In addition to offering space for healing, the National Park Service hires a lot of veterans, who make up more than a fifth of their employees, and many of the system’s 423 sites commemorate the service and sacrifices of veterans and the military.

Pamela Mault says one of her greatest honors was working on the Flight 93 National Memorial honoring Sept. 11 victims who thwarted an attack on Washington.

“Right now, I take care of the National Mall, which you know has the Vietnam, Korean, WWI, WWII (memorials),” said Pamela Mault, an Air Force veteran and contracting specialist with the Denver Service Center, the park service’s hub for infrastructure projects. “I don’t think I’ve once been out there and not been emotional, shed a tear. It’s an honor to help keep their names and help tell those stories … to keep them recognized throughout history.” 

She sees her work as a continuation of service.

Just like veterans helped protect the country, Mault said, “As the National Park Service, we work to preserve it. We wear uniforms. We live and work together in remote areas. And we both care deeply about our mission.”

Mault comes from a big military and parks family. Her dad, two brothers and two sisters are also veterans.

“Growing up, my family would take trips cross country, along the way going from national park to national park,” she said. “I’ve been to over 100 parks.” 

Pamela Mault's love for national parks began as a child when her family would travel across the country visiting parks like Yosemite.

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Life-changing benefits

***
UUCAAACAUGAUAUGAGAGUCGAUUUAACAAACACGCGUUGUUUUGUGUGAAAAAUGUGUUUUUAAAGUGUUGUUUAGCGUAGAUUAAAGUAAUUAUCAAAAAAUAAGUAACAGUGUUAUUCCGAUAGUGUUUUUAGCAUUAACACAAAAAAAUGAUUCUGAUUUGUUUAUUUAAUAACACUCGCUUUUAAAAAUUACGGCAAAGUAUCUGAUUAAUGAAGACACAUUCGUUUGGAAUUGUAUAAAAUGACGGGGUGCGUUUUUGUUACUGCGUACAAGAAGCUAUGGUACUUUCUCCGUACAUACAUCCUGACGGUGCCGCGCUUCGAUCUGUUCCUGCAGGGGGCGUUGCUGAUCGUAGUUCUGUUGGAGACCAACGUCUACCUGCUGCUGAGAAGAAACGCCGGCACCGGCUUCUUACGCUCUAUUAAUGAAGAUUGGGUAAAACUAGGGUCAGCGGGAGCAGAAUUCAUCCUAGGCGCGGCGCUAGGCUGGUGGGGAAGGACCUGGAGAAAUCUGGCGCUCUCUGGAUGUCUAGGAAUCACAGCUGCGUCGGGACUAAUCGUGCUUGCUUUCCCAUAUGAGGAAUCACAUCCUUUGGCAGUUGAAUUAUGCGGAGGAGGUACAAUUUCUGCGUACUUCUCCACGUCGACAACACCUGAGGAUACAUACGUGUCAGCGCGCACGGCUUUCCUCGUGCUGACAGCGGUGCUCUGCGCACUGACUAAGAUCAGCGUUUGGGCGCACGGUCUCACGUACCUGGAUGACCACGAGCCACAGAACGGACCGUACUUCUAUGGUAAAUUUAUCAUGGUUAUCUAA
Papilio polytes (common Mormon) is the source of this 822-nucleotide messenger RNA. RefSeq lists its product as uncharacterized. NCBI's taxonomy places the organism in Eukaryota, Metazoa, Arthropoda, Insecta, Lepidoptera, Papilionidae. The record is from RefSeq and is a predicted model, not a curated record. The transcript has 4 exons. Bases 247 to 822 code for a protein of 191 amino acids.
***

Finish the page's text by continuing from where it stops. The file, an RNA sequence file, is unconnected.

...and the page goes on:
Navy veteran Ana Cholo didn’t grow up hiking, camping, or exploring the outdoors with her parents, but when she discovered the parks in her 30s, she said it was life-changing.

“When things got rough for me, I found that they were a place of healing,” she said. “Times when life’s been hard, I’ve been able to just rely on this gift we have here in our country of being able to just go outside and take a hike, go on a bike ride. If you want a little bit more adrenaline, that’s there too. You could climb. You could go river rafting. You could also just sit and breathe and enjoy the beauty and solitude that many of our parks have to offer.”

Ana Cholo hikes on San Miguel Island in Channel Islands National Park.

Now a park service spokesperson for the Pacific West region, Cholo is thrilled that all veterans and Gold Star Families will be able to get free lifetime passes instead of the previous annual passes that expired each year.

“Sometimes in just having to deal with the hassle of renewing something, it could turn people off, and we want our veterans to enjoy the benefits of being in parks,” she said. “I really think that the mental health benefits, the physical benefits of being in parks is critical, especially for veterans who have sacrificed so much for our country.”

A lasting legacy

Henkel knows the kind of healing Lofgren experienced takes time.

“I know it’s not as simple as like, ‘Oh, I’m going to go with my family to a park, and then my life’s gonna be changed,” Henkel said. “But I’ve heard enough stories to know that it is already effective. It’s already helping change some lives, and I’m very eager to see where it can go from here.”

She wasn’t sure she would ever enjoy parks the same way after Lofgren’s death.

“To my very pleasant surprise, I have never felt closer to him than I felt back out there,” she said. “It is just like a breath of fresh air, a kind of calming that I don’t quite experience here or really anywhere that’s not outdoors.”

“He is there,” she added. “And especially with the passing of this bill, he is literally in every park no matter where I go, no matter where anyone is. He is in every single national park, and he will be there forever, which is the coolest thing.” 

Emily Henkel holds a bouquet of wildflowers Alexander Lofgren gathered for her on their first camping trip in Prescott, Arizona. He gathered wildflowers for her wherever they went.